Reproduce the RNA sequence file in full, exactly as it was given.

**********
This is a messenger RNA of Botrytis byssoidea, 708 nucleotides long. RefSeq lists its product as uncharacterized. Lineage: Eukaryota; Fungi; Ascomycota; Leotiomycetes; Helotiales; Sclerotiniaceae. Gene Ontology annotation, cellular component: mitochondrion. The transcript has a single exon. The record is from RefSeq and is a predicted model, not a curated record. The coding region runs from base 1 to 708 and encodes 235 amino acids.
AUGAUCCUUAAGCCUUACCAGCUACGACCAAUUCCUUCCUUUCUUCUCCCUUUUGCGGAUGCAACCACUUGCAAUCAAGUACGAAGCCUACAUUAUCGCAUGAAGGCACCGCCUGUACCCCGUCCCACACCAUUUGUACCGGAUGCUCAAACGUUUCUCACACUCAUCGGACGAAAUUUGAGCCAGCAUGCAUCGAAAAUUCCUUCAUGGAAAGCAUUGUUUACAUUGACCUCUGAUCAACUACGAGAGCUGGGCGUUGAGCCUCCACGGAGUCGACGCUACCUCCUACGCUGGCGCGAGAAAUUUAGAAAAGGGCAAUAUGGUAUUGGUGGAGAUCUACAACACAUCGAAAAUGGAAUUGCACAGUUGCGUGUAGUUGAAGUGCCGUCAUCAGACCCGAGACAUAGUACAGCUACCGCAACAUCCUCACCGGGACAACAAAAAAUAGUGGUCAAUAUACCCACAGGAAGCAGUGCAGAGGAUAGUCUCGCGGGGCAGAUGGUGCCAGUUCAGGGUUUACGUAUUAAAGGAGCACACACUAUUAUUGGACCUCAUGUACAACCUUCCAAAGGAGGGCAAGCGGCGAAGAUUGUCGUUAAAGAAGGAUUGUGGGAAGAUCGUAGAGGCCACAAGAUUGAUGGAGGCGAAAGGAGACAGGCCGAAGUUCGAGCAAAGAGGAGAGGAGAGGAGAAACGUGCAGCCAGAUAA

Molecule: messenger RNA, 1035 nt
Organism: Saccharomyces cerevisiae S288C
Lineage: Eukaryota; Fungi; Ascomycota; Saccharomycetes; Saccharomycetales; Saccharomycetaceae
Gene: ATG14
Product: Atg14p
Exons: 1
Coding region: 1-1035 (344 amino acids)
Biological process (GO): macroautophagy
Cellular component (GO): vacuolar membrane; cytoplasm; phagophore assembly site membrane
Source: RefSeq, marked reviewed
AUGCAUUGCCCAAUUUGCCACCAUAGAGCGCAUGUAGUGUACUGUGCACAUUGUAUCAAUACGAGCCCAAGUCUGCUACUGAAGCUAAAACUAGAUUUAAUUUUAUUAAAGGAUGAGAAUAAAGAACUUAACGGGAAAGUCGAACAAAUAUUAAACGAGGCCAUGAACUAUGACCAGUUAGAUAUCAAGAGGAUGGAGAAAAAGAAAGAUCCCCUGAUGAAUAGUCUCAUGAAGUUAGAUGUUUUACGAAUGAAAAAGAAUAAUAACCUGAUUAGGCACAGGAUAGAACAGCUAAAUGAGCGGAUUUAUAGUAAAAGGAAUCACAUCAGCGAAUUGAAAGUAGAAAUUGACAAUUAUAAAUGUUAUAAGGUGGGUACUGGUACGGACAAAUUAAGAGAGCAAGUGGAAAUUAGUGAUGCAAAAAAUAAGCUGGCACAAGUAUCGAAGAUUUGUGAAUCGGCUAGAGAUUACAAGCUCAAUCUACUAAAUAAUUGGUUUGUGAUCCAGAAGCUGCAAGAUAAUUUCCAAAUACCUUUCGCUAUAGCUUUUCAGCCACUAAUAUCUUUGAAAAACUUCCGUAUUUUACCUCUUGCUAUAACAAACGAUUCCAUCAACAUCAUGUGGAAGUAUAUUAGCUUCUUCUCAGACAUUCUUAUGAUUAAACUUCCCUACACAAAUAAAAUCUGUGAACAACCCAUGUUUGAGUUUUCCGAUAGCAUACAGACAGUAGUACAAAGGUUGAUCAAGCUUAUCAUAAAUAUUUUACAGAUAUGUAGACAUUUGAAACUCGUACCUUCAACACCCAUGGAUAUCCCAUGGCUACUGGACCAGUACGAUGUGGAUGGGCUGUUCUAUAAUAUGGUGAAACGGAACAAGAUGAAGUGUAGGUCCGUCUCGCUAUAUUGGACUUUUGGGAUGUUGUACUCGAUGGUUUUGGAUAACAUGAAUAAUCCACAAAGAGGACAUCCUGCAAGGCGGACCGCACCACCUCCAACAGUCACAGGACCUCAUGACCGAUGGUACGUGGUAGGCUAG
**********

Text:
This is a messenger RNA of Botrytis byssoidea, 708 nucleotides long. RefSeq lists its product as uncharacterized. Lineage: Eukaryota; Fungi; Ascomycota; Leotiomycetes; Helotiales; Sclerotiniaceae. Gene Ontology annotation, cellular component: mitochondrion. The transcript has a single exon. The record is from RefSeq and is a predicted model, not a curated record. The coding region runs from base 1 to 708 and encodes 235 amino acids.
AUGAUCCUUAAGCCUUACCAGCUACGACCAAUUCCUUCCUUUCUUCUCCCUUUUGCGGAUGCAACCACUUGCAAUCAAGUACGAAGCCUACAUUAUCGCAUGAAGGCACCGCCUGUACCCCGUCCCACACCAUUUGUACCGGAUGCUCAAACGUUUCUCACACUCAUCGGACGAAAUUUGAGCCAGCAUGCAUCGAAAAUUCCUUCAUGGAAAGCAUUGUUUACAUUGACCUCUGAUCAACUACGAGAGCUGGGCGUUGAGCCUCCACGGAGUCGACGCUACCUCCUACGCUGGCGCGAGAAAUUUAGAAAAGGGCAAUAUGGUAUUGGUGGAGAUCUACAACACAUCGAAAAUGGAAUUGCACAGUUGCGUGUAGUUGAAGUGCCGUCAUCAGACCCGAGACAUAGUACAGCUACCGCAACAUCCUCACCGGGACAACAAAAAAUAGUGGUCAAUAUACCCACAGGAAGCAGUGCAGAGGAUAGUCUCGCGGGGCAGAUGGUGCCAGUUCAGGGUUUACGUAUUAAAGGAGCACACACUAUUAUUGGACCUCAUGUACAACCUUCCAAAGGAGGGCAAGCGGCGAAGAUUGUCGUUAAAGAAGGAUUGUGGGAAGAUCGUAGAGGCCACAAGAUUGAUGGAGGCGAAAGGAGACAGGCCGAAGUUCGAGCAAAGAGGAGAGGAGAGGAGAAACGUGCAGCCAGAUAA

Molecule: messenger RNA, 1035 nt
Organism: Saccharomyces cerevisiae S288C
Lineage: Eukaryota; Fungi; Ascomycota; Saccharomycetes; Saccharomycetales; Saccharomycetaceae
Gene: ATG14
Product: Atg14p
Exons: 1
Coding region: 1-1035 (344 amino acids)
Biological process (GO): macroautophagy
Cellular component (GO): vacuolar membrane; cytoplasm; phagophore assembly site membrane
Source: RefSeq, marked reviewed
AUGCAUUGCCCAAUUUGCCACCAUAGAGCGCAUGUAGUGUACUGUGCACAUUGUAUCAAUACGAGCCCAAGUCUGCUACUGAAGCUAAAACUAGAUUUAAUUUUAUUAAAGGAUGAGAAUAAAGAACUUAACGGGAAAGUCGAACAAAUAUUAAACGAGGCCAUGAACUAUGACCAGUUAGAUAUCAAGAGGAUGGAGAAAAAGAAAGAUCCCCUGAUGAAUAGUCUCAUGAAGUUAGAUGUUUUACGAAUGAAAAAGAAUAAUAACCUGAUUAGGCACAGGAUAGAACAGCUAAAUGAGCGGAUUUAUAGUAAAAGGAAUCACAUCAGCGAAUUGAAAGUAGAAAUUGACAAUUAUAAAUGUUAUAAGGUGGGUACUGGUACGGACAAAUUAAGAGAGCAAGUGGAAAUUAGUGAUGCAAAAAAUAAGCUGGCACAAGUAUCGAAGAUUUGUGAAUCGGCUAGAGAUUACAAGCUCAAUCUACUAAAUAAUUGGUUUGUGAUCCAGAAGCUGCAAGAUAAUUUCCAAAUACCUUUCGCUAUAGCUUUUCAGCCACUAAUAUCUUUGAAAAACUUCCGUAUUUUACCUCUUGCUAUAACAAACGAUUCCAUCAACAUCAUGUGGAAGUAUAUUAGCUUCUUCUCAGACAUUCUUAUGAUUAAACUUCCCUACACAAAUAAAAUCUGUGAACAACCCAUGUUUGAGUUUUCCGAUAGCAUACAGACAGUAGUACAAAGGUUGAUCAAGCUUAUCAUAAAUAUUUUACAGAUAUGUAGACAUUUGAAACUCGUACCUUCAACACCCAUGGAUAUCCCAUGGCUACUGGACCAGUACGAUGUGGAUGGGCUGUUCUAUAAUAUGGUGAAACGGAACAAGAUGAAGUGUAGGUCCGUCUCGCUAUAUUGGACUUUUGGGAUGUUGUACUCGAUGGUUUUGGAUAACAUGAAUAAUCCACAAAGAGGACAUCCUGCAAGGCGGACCGCACCACCUCCAACAGUCACAGGACCUCAUGACCGAUGGUACGUGGUAGGCUAG